[Adapted from Victorian Types, Victorian Shadows: Biblical Typology in Victorian Literature, Art, and Thought, 1980. Full text]
John R. Reed convincingly argues that both Victorian and modern fiction retains "conventions of character" analogous to earlier ones:
Our stylizations are largely Freudian, as Victoriansą were moral and physiognomical, and earlier centuriesą were humorous or canonical.... In Victorian literature what we would call realistic motivation is often incorporate with type fulfillment. Characters do not act according to a system of humors or ruling passions, nor are they moved by the complexes and neuroses of the twentieth-century man; instead, they exhibit predictable combinations of attributes which result in conventional types. (14)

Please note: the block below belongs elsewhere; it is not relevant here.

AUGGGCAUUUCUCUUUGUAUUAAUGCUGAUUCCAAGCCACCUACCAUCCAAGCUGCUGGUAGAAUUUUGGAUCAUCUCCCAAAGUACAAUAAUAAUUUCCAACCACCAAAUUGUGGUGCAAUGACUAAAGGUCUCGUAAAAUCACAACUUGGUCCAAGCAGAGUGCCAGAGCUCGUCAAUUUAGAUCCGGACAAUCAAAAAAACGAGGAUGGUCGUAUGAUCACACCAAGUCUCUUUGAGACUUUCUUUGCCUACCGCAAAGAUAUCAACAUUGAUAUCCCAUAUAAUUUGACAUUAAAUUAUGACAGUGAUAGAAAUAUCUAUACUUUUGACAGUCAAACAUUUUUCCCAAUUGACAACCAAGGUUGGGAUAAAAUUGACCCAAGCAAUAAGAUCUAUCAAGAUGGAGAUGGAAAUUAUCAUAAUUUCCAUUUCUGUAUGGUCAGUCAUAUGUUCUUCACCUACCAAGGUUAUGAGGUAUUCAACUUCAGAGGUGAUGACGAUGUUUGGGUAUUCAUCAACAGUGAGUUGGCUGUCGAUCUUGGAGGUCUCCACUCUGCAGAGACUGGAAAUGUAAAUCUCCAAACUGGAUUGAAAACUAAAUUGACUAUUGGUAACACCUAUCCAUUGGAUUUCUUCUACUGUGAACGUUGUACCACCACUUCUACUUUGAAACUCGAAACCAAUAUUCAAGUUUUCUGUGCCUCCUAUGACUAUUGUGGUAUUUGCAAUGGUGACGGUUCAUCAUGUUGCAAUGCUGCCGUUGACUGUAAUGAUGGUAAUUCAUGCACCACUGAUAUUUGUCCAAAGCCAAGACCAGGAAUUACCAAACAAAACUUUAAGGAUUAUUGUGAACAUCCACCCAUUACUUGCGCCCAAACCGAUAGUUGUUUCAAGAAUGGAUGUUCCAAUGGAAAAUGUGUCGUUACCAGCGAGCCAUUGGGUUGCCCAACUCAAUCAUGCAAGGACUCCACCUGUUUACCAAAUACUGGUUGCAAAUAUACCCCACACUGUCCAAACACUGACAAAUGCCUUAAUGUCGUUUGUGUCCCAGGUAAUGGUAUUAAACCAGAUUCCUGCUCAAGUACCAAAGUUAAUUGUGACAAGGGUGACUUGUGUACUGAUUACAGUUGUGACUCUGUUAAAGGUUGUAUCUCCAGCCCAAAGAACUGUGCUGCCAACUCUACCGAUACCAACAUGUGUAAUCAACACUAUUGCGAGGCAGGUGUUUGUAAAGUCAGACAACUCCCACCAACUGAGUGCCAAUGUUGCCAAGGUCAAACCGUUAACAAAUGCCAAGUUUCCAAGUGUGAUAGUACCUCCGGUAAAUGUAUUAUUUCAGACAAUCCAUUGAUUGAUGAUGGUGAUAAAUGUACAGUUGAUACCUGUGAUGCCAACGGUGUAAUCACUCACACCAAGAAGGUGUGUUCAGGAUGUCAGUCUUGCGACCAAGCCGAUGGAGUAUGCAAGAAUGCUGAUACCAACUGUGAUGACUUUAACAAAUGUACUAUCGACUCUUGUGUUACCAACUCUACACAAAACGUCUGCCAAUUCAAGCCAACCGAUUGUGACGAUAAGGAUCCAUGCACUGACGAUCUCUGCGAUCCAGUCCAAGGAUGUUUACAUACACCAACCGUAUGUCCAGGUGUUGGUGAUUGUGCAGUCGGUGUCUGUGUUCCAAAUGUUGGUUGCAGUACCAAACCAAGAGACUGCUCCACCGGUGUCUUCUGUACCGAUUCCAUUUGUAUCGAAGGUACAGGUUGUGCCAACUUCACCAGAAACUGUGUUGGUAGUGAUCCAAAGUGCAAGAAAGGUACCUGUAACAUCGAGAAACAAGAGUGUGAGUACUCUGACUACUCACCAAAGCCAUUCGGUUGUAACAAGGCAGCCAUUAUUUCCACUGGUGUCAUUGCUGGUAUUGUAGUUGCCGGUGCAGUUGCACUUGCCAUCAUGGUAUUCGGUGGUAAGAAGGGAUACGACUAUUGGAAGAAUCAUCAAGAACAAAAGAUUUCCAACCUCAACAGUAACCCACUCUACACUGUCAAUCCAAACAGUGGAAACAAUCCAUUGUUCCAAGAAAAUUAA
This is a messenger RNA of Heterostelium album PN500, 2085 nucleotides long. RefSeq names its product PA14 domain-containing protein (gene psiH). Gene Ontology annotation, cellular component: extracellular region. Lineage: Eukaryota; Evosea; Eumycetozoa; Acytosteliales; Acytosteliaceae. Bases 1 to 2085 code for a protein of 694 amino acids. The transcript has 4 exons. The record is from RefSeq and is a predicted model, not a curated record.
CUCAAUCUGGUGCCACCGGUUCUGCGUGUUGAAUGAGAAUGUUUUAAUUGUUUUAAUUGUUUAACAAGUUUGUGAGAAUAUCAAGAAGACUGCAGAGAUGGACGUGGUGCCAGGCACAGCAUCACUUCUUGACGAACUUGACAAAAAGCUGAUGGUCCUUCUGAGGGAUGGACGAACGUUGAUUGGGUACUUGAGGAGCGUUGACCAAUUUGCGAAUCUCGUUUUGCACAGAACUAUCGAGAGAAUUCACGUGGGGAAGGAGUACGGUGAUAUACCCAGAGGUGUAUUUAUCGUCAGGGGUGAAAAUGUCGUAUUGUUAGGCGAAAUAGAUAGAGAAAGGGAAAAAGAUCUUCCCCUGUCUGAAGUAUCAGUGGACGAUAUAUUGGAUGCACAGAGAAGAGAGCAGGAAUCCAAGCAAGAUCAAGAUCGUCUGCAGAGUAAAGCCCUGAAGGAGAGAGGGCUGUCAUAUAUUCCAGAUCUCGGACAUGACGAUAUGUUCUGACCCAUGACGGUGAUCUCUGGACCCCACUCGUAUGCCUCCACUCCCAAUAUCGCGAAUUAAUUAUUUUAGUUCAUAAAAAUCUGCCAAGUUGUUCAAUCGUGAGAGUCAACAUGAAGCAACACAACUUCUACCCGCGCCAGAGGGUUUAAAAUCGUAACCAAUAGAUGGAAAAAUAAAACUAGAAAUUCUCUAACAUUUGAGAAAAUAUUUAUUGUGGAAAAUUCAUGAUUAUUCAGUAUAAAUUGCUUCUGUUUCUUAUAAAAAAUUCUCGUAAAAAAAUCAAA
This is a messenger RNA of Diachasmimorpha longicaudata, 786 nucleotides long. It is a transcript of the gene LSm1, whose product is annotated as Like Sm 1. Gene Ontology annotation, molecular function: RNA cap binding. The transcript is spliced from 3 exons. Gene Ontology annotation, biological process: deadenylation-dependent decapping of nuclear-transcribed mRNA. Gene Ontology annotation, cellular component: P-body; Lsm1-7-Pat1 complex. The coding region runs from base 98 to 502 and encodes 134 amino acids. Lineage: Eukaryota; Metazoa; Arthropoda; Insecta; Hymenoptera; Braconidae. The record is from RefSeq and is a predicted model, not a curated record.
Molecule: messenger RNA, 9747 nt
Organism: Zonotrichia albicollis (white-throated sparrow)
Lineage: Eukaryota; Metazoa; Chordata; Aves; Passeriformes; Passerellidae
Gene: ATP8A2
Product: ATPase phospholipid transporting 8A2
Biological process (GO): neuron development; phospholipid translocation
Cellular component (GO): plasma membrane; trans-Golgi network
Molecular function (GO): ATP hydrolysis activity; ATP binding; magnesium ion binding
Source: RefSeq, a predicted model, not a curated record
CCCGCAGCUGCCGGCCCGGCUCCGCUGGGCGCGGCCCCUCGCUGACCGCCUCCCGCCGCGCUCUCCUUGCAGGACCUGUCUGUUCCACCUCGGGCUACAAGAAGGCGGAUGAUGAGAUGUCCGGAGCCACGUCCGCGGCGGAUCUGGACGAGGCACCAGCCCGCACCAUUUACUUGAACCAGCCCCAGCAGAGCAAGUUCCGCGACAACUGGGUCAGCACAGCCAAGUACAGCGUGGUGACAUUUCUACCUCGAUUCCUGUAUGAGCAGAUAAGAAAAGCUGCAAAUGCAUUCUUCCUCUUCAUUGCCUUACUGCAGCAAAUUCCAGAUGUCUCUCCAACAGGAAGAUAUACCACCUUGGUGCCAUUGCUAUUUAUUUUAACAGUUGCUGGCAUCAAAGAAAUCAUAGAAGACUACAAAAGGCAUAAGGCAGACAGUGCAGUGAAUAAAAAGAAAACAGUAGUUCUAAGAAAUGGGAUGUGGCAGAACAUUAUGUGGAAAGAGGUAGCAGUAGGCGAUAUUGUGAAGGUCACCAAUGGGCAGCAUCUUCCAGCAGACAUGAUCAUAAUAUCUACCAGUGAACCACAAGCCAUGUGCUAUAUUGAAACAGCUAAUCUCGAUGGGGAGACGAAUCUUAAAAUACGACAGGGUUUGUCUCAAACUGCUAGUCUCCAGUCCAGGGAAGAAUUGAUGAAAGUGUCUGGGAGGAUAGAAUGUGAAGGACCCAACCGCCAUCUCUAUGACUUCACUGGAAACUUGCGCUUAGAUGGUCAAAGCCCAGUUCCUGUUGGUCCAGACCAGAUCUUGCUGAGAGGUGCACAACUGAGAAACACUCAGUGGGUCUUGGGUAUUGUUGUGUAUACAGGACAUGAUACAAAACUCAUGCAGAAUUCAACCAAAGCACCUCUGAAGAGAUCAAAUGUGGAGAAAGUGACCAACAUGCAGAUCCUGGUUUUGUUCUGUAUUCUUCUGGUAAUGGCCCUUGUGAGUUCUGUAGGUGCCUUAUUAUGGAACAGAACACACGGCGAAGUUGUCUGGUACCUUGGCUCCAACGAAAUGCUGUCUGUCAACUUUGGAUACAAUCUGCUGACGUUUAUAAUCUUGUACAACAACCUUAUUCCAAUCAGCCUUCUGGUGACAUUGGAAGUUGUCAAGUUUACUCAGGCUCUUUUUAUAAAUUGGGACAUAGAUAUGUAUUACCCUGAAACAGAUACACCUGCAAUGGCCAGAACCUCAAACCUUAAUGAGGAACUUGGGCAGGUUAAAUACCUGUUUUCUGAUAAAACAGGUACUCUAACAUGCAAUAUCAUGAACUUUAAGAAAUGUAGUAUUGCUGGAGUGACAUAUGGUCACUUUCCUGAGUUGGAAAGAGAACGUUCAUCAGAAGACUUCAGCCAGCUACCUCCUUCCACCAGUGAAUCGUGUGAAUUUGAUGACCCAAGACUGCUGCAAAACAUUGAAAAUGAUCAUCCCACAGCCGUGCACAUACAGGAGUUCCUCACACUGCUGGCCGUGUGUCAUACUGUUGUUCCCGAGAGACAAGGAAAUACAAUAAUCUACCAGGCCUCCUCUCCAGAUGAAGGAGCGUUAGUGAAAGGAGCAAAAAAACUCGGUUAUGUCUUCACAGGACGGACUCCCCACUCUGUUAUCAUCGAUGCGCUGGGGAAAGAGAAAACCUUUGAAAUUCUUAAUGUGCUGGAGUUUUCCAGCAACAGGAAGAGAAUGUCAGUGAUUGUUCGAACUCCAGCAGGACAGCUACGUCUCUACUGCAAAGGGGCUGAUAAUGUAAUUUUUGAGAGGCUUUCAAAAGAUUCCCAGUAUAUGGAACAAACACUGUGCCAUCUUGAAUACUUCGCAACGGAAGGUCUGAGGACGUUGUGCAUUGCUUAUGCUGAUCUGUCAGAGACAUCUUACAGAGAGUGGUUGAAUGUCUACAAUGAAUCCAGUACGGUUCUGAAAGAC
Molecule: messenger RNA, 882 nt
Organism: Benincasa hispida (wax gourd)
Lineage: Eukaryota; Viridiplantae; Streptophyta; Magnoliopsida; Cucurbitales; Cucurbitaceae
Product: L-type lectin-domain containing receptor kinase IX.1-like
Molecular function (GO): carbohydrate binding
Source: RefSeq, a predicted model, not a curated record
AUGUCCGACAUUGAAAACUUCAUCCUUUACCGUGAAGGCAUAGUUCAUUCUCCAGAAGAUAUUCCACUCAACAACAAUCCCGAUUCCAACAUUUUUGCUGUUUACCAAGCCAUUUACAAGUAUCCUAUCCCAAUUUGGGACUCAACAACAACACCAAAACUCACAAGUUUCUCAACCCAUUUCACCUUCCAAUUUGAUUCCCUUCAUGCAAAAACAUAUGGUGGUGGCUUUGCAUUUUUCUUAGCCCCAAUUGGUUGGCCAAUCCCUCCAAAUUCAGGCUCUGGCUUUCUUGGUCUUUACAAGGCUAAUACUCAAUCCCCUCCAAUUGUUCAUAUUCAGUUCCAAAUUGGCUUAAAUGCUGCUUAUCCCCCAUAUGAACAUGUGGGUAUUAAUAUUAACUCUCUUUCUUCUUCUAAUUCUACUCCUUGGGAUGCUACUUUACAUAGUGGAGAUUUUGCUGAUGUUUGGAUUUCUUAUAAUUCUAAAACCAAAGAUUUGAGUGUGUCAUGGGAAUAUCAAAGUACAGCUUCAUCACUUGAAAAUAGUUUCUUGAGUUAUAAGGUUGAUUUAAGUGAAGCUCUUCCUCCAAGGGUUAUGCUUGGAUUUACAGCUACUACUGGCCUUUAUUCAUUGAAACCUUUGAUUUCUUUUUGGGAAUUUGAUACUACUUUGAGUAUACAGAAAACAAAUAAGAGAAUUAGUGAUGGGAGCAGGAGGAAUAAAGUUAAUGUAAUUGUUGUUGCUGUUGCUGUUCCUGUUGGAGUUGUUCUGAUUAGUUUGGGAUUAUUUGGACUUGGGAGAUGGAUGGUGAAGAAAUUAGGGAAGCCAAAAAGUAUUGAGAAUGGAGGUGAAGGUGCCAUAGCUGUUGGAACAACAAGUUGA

Within this kind of typology (which, incidentally, is not a symbolic mode) a character is said to fulfill a type when he or she completes a recognized pattern; say, the lonely maiden or the orphan child; and such completing of a pre-established pattern bears a minor resemblance to the operations of scriptural typology.
Last modified 1998